Djokovic not sold on blue clay over red | Tennis | CBC Sports

TennisDjokovic not sold on blue clay over red

Posted: Wednesday, May 9, 2012 | 09:44 AM

Back to accessibility links
Novak Djokovic skids as he hits a backhand return in Tuesday's 6-2, 2-6, 6-3 win over Daniel Gimeno-Traver at Caja Magica. (Jasper Juinen/Getty Images) Novak Djokovic skids as he hits a backhand return in Tuesday's 6-2, 2-6, 6-3 win over Daniel Gimeno-Traver at Caja Magica. (Jasper Juinen/Getty Images)

Beginning of Story Content

The blue clay courts introduced at the Madrid Open have drawn less than rave reviews from elite tennis players, notably Novak Djokovic, Rafael Nadal and even Canada's Milos Raonic.

Those brash, blue clay courts at the Madrid Open have the players seeing red.

"Not a single player -- not woman, not man -- I didn't hear anyone say 'I like blue clay,'" Novak Djokovic fumed Tuesday.

Ask tour officials and tournament organizers and they say blue clay is nothing if not innovative. Ask the players and they say blue clay is anything but aces.  

Rafael Nadal, Spain's renowned King of Clay, finds the smurfish surface too soft.

Milos Raonic, the gangly Canadian, calls it slippery, as does former world No. 1 Caroline Wozniacki, who rolled an ankle in her opening match at Caja Magica.

Maria Sharapova, ever tactful, concedes only that blue clay is "unique."
 
Serena Williams said she could care less, other than it seems not to soil her skirts like red.

Venus Williams wasn't around long enough to chime in.

Playing tennis on blue clay is the supposed brainchild of Romanian billionaire (and Madrid Open owner) Ion Tiriac, a former pro player who maintains the stark contrast between the blue surface and yellow ball benefits both spectators watching from sun-baked stands and viewers watching on television.

Tiriac's supporters subscribe to the optics of the Technical Institute of Optical Colour and Professional Image, which suggests the naked eye favours pulverized blue clay over the traditional red used in other tournaments.

"All we are doing is making it easier for fans at the venue and those watching on television to follow the game," Madrid Open director Manolo Santana said.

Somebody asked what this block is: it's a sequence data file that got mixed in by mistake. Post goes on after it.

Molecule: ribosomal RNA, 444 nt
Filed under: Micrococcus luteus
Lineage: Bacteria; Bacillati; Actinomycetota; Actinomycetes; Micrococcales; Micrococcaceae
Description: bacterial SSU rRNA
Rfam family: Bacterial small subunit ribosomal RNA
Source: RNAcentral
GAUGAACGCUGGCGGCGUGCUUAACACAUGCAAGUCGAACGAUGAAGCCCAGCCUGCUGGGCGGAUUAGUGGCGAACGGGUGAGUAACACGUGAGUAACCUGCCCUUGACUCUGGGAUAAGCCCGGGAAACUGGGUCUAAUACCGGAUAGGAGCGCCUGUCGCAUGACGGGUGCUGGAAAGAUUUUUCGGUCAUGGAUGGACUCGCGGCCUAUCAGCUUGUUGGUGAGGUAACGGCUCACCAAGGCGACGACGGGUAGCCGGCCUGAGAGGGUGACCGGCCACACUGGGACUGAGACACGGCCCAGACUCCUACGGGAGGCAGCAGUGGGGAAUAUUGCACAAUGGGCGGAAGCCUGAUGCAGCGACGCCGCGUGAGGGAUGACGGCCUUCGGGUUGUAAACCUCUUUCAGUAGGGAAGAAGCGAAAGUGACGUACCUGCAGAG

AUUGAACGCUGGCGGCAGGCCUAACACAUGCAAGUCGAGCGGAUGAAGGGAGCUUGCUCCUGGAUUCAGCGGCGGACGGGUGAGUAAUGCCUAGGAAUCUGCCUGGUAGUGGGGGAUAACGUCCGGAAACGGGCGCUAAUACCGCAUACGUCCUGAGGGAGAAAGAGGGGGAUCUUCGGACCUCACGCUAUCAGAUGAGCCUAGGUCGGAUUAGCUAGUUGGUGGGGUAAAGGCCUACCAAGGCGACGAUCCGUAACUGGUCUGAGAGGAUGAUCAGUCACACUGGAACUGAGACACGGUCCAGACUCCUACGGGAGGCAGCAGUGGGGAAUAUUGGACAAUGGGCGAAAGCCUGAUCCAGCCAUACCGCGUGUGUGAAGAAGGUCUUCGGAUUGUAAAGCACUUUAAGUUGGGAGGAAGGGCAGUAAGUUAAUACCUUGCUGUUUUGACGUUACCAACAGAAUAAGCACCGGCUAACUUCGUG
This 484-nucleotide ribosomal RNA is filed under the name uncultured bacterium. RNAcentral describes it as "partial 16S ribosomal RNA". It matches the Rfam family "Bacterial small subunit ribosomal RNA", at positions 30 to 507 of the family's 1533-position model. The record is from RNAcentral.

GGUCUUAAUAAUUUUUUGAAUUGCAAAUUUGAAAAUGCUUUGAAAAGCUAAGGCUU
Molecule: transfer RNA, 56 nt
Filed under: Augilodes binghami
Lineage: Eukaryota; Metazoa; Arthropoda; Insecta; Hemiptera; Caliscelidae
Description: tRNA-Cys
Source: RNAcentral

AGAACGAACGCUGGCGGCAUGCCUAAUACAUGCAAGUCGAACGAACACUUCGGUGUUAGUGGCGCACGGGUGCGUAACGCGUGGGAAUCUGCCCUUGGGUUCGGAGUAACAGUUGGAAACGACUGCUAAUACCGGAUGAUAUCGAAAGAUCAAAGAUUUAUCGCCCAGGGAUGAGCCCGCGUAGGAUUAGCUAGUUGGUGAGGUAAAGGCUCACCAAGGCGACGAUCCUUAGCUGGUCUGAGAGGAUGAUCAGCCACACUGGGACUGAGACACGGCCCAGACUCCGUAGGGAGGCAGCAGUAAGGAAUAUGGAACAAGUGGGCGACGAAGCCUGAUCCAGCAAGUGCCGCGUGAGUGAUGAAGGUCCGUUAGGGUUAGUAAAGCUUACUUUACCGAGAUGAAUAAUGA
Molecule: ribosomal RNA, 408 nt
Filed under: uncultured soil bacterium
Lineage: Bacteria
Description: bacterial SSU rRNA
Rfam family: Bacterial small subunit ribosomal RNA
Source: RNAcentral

More than helping to distinguish the ball on the court, the tremendous buzz created by the controversy over blue clay is helping to distinguish the tournament on the schedule.

"From this point onwards, the whole world will know that the blue clay court is exclusive to Madrid," Santana enthused.

That blue is the signature shade of tournament sponsor Mutua Madrilena is purely coincidental. Or so we're told. Yet players remain skeptical and Nadal, for one, is opposed to what he perceives to be unnecessary change to high-stake Masters Series events like Madrid.

"My criticism is not directed at the tournament but at the ATP [Tour], which should never have allowed such a change at a tournament of this scale," he said.

Djokovic, who defeated Nadal 7-5, 6-4 in last year's men's final, shares his rival's irritation over Madrid's desire to turn blue and considers the lack of consultation egregious.

"Disappointing from a player's standpoint is that this is decided without players agreeing on it," Djokovic said. "If you don't have, especially, top players testing the court and agreeing for this change, that should mean something."
 
Tour officials countered with a written reminder that 'the ATP granted this permission [for change] for one year with the understanding that it will be reviewed following the event -- of course, taking into account feedback from players. We believe it is a good thing that our tournaments are trying to be innovative."

'It's just 100 per cent different'

One rumour making the rounds is the ball is behaving differently on blue clay because the brick is stripped of the iron oxide responsible for the reddish hue before it is crushed and dyed blue. True or false, fact or fiction, whether it improves visibility is not the issue so much as whether it impacts performance -- or better still, whether the players believe it does.

Victoria Azarenka who, like Djokovic, is ranked No. 1 in the world, claims "the bounce is different, the movement is different ... it's just 100 per cent different."
 
As much as innovation is encouraged and, in some instances, welcomed, if the chemical composition of blue clay alters the way the game is played -- even slightly --  it stands to reason that the players should be approached for input at the outset, not asked for feedback after the fact.

"When you slide on the red clay, you have a feeling you can stop and recover from that step," Djokovic explained. 'But here, whatever you do, you are always slipping.

"To me, that's not tennis. Either I come out with football shoes or I invite Chuck Norris to advise me how to play on this court."

With files from The Associated Press

End of Story Content

Back to accessibility links

Story Social Media

End of Story Social Media

Comments are closed.